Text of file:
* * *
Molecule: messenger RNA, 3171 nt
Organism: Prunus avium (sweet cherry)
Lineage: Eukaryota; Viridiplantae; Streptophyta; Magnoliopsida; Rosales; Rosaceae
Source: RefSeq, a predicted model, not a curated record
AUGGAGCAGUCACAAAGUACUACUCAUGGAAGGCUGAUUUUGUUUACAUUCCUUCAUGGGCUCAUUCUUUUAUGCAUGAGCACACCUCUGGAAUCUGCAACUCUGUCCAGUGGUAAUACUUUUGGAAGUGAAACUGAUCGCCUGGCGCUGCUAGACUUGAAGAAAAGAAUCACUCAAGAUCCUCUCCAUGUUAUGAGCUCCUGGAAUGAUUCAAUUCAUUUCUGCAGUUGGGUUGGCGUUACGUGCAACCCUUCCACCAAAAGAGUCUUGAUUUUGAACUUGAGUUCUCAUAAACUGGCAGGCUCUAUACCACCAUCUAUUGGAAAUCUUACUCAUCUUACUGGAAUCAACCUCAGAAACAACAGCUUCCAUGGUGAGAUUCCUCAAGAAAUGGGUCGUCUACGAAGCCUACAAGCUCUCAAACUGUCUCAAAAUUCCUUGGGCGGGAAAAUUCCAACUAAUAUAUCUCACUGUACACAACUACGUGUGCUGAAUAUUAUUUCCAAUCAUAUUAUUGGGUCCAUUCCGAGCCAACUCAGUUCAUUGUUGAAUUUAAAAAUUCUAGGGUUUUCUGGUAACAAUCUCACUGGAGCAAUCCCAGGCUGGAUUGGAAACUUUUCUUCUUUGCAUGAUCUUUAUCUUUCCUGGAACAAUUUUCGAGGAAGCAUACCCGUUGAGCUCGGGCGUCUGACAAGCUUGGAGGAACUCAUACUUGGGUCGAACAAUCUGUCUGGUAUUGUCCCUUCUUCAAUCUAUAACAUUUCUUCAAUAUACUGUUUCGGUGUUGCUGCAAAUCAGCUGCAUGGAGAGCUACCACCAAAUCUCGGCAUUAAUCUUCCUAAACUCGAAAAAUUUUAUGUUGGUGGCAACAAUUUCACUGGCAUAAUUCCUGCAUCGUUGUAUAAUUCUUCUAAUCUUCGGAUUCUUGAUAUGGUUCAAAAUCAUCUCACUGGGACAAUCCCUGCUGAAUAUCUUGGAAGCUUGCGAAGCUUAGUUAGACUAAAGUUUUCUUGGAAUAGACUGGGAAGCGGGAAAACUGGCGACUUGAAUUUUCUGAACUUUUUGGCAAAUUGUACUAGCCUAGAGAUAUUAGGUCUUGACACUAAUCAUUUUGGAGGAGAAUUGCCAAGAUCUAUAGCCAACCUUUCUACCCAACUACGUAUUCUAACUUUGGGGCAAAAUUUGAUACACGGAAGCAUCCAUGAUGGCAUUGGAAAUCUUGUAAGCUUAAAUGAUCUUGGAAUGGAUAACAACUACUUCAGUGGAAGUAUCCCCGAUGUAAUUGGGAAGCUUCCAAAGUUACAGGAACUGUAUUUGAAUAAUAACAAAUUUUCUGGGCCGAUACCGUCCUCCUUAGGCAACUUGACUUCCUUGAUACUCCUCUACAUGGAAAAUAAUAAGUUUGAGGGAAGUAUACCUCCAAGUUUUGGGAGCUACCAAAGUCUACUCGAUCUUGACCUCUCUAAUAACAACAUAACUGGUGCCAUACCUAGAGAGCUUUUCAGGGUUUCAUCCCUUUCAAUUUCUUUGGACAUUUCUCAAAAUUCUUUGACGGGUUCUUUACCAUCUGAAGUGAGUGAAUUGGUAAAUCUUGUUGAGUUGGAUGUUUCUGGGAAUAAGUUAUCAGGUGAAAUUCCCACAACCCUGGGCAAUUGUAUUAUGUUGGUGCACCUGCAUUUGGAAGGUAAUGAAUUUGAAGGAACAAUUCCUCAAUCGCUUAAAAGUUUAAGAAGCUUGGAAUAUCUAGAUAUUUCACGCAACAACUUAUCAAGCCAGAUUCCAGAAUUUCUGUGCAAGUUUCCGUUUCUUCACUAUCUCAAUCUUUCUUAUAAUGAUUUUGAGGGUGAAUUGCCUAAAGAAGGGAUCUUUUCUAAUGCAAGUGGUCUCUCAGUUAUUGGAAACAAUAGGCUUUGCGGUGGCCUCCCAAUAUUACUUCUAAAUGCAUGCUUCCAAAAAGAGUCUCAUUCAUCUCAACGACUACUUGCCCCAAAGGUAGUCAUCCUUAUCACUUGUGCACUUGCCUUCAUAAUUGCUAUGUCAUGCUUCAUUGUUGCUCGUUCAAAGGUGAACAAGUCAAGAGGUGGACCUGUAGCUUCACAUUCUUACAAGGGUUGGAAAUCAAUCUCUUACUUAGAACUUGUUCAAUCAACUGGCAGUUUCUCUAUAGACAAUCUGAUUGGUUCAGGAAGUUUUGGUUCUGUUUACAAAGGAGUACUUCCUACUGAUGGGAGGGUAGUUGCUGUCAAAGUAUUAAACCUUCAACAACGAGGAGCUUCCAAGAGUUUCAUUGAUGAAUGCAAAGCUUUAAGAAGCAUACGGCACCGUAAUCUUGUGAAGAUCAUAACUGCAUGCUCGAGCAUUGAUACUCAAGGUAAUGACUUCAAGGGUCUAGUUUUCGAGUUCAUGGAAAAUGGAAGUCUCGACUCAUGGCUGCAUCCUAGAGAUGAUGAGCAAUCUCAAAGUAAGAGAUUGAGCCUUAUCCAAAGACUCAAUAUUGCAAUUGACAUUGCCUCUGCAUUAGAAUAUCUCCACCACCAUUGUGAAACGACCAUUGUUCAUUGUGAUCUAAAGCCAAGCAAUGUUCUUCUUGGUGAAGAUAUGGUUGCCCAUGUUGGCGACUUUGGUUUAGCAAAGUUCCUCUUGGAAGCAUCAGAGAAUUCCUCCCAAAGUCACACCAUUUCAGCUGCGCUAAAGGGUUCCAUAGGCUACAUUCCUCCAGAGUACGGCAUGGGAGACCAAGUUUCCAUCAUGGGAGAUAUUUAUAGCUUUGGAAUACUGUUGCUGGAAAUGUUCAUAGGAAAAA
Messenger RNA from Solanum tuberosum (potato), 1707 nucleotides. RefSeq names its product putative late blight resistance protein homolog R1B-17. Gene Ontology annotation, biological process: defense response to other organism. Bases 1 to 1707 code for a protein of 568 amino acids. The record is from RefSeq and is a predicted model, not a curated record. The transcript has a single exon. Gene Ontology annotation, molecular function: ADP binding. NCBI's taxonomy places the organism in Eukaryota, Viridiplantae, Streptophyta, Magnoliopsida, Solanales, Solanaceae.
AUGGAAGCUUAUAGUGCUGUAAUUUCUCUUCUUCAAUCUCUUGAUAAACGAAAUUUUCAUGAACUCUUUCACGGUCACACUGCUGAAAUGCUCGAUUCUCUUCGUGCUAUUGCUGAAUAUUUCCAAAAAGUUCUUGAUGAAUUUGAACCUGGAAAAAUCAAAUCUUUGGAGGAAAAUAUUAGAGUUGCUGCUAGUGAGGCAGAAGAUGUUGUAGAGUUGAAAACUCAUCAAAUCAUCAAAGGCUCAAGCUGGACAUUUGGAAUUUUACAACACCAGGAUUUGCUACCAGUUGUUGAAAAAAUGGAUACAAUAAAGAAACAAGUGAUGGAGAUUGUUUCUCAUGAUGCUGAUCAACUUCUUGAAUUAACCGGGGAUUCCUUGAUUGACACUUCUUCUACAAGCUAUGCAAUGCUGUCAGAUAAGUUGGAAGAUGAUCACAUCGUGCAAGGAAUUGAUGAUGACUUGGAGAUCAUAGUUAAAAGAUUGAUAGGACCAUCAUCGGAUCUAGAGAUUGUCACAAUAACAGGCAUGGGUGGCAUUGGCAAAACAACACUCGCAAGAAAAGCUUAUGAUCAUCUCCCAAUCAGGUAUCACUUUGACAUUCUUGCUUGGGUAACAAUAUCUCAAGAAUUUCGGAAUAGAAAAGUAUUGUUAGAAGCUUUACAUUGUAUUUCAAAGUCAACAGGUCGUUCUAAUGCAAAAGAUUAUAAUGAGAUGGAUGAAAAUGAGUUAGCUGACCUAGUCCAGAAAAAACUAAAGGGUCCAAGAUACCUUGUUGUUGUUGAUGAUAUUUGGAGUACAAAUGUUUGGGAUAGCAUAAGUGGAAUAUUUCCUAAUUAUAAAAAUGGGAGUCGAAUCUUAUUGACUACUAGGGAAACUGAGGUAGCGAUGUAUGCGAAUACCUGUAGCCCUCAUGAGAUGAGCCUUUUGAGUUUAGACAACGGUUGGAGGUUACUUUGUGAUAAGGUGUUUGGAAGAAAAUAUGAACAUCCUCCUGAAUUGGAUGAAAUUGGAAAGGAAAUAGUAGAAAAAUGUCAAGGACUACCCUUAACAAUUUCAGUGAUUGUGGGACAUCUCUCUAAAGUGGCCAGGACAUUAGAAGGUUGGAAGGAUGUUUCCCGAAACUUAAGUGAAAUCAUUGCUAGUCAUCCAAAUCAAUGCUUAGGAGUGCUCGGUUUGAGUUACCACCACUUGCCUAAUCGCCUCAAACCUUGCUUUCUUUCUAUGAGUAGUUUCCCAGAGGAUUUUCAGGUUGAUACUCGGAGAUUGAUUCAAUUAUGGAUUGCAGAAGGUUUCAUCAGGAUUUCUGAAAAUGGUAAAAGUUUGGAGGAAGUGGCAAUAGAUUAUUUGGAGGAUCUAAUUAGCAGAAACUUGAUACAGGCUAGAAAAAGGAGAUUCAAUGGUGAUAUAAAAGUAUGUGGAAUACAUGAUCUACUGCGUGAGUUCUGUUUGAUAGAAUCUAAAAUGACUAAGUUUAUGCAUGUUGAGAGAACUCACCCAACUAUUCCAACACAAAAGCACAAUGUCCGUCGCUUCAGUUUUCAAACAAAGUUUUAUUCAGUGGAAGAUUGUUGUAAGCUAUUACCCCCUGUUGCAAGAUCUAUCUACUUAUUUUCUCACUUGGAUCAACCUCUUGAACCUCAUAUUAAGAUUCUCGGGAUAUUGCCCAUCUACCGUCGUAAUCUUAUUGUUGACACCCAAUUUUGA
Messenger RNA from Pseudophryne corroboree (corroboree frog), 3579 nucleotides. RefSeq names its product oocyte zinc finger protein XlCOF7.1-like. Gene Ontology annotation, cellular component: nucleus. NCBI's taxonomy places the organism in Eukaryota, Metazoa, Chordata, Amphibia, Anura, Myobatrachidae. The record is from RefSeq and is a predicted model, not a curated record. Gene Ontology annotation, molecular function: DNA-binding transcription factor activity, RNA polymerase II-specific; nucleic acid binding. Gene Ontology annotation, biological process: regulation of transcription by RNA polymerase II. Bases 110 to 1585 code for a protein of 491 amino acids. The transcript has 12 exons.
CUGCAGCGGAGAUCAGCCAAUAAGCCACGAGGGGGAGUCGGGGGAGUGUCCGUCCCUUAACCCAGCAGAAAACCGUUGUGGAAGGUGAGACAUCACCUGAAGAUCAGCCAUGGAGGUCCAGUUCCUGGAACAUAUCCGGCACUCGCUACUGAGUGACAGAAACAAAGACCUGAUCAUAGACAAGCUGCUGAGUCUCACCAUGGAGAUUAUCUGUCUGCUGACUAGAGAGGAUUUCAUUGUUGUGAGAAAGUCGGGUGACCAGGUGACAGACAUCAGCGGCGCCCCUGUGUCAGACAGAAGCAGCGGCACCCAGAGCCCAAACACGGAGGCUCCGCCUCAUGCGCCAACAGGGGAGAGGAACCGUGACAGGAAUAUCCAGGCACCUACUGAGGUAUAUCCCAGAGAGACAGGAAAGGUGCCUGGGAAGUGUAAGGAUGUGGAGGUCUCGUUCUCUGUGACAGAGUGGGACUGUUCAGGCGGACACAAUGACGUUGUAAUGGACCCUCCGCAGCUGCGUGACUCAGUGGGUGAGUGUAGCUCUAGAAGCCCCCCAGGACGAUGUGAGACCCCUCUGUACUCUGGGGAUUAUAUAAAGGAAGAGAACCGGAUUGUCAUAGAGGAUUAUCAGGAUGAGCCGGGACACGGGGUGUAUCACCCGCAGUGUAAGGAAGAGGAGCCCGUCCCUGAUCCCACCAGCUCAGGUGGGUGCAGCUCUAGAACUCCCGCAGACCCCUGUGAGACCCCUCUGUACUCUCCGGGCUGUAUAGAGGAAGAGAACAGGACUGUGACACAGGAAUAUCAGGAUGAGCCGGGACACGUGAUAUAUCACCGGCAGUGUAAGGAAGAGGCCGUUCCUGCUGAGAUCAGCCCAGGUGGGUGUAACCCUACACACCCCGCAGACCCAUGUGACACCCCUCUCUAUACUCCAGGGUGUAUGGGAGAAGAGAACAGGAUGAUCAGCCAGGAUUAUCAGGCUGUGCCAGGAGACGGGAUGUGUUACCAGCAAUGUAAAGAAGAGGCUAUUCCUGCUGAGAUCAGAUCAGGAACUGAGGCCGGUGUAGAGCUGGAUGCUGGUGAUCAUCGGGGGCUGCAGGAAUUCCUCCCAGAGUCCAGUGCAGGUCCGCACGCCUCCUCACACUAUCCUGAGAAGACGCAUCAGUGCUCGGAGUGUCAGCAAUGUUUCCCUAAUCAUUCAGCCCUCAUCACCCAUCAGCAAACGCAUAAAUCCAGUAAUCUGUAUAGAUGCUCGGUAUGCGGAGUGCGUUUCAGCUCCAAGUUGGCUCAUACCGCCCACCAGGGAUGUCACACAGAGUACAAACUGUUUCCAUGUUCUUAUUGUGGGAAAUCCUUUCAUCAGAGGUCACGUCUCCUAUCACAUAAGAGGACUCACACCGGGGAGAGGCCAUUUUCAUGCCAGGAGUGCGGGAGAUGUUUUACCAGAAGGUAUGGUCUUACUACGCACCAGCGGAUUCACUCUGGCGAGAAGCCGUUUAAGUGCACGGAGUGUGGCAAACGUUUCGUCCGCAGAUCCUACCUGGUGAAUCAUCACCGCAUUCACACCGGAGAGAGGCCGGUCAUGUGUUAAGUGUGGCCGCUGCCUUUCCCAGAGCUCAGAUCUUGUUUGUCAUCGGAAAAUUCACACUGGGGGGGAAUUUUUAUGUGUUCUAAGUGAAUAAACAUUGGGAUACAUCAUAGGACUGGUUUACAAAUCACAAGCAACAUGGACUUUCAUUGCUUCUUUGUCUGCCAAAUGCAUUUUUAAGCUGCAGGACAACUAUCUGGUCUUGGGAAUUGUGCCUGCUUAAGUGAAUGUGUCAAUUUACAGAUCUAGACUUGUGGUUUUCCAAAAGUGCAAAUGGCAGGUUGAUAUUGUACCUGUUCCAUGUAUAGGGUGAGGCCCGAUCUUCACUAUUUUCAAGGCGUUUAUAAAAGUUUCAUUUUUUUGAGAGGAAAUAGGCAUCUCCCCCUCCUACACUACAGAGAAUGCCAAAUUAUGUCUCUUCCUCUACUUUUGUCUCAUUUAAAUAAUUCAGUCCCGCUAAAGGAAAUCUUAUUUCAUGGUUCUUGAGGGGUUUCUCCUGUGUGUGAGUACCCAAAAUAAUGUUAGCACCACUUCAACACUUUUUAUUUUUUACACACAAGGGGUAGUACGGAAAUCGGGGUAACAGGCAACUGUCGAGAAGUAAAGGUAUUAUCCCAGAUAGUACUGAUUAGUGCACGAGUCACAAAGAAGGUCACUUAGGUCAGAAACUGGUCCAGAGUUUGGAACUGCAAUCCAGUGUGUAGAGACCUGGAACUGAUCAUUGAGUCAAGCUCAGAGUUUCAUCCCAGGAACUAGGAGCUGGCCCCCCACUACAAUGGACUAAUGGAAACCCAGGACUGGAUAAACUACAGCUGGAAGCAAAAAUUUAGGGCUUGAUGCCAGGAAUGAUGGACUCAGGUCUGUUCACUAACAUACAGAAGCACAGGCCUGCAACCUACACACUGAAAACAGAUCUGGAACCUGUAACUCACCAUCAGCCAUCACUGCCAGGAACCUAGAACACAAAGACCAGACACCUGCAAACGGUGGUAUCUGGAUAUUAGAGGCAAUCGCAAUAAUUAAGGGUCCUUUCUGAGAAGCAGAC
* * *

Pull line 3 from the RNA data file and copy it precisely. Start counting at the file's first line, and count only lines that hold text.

Lineage: Eukaryota; Viridiplantae; Streptophyta; Magnoliopsida; Rosales; Rosaceae